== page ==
Turns out, none of it actually happened. Once it got to a trial, it became obvious that none of the stories matched up. Some would have been impossible as they either overlapped, while other evidence proved she simply couldn't have done it. The therapist implanted the memories in the kids' heads during the satanic panic, and she was just a meek, older lady who got brow beaten into confessing when everyone ganged up on her. Sadly, many in the community still believed she was guilty, and she had to move to another Mennonite settlement. I heard children's services even kept a close eye on her when she did have kids, and her nieces and nephews now have those "memories" forever.


Not a jury case, but a friend of mine got a speeding ticket, and he thought the fine was extremely high and unfair for how much over he was driving. Four or five of his friends (including myself) and a traffic lawyer advised him to fight it in court because police officers have better things to do than to show up in court for such trivial things. When they're a "no show", as they pretty much always are, the judge will then toss out the ticket (at least this is what happened to all of us in the past). So, he does this. Now, here's the plot twist, the officer who wrote his ticket actually did show up. He lost and had to pay the fine.


My daughter was in a car accident, and the blame hinged on whether or not the traffic light was yellow or red when she went through it. The cop's report listed four witnesses, and I spoke to all of them. Number one thought it was red, number two was sure it was yellow, while number three and number four, who were together in one car, didn't see anything until the sound of the impact.

So, with the witnesses on my kid's side, I asked number two to come to the trial with us. The cop was caught unprepared for an actual witness and promptly withdrew the charges.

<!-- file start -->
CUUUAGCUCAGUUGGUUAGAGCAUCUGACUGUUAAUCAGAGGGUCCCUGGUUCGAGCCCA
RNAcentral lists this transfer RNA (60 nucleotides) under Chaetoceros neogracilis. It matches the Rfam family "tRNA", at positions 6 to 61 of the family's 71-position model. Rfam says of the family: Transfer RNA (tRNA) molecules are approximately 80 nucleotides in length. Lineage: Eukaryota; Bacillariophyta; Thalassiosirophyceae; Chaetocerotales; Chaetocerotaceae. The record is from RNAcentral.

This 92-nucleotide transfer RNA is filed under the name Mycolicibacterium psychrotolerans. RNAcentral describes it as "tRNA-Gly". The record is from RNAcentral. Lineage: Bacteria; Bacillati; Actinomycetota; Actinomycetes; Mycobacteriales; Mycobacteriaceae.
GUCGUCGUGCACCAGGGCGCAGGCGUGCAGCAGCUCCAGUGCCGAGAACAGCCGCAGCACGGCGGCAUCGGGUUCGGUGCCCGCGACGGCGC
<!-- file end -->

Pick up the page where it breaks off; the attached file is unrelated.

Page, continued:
I served on a federal jury for a prison guard who was charged with sexual abuse of a detained immigrant. It was a consensual encounter, but because the defendant was a guard, that didn't matter. The defence kept trying to point out that the defendant worked in the kitchen; therefore, he couldn't be a guard. Even though he supervised detainees as part of his work. We found him guilty. Afterwards, the judge came in and told us this was about the fifth time the defendant had been caught in a sexual act with a prisoner. Never heard what his sentence was.


I was on a nine day trial involving about $600,000 in theft by the financial controller of a local tire chain. He'd been siphoning off money for about a decade. It had to do with how he could manipulate receipts involving cash sales and change inventory. In a criminal trial like this, it can be rather difficult to prove some of the charges related to the theft itself. The easy target for the government is income tax evasions. It's pretty difficult to explain how it's possible to spend more money each year than you make. This guy was making roughly $60,000 per year in legal wages but spending at least that much per year in luxury items, vacations, and wire transferring money to his wife's family in Indonesia. Add that spending with the normal living expenses like mortgage, utilities, healthcare, groceries, etc. and it was pretty obvious that he had a hidden source of income.

During a trial, every juror is given a notepad to write down trial notes to keep all of the details fresh for when it comes to deliberation. The funniest twist of the whole trial was when the guy's sister (very pretty, but not the smartest) took to the stand.

She was coached by the defence to try to weave a BS story about how her dear-old-dad, who died midway through the embezzlement period, had saved several hundred thousand dollar in cash that he stashed in his home because he didn't trust banks. This was a weak attempt to explain where the money came from.

The guy's sister (not being very bright) was being questioned by the prosecutor. He was absolutely leading her from one question to the next, until she finally realized that she had painted herself into a corner with lies that didn't add up. After the last question, where she finally realized her story was unbelievable, she froze up like a deer in the headlights and blurts out, "I don't know what I'm talking about."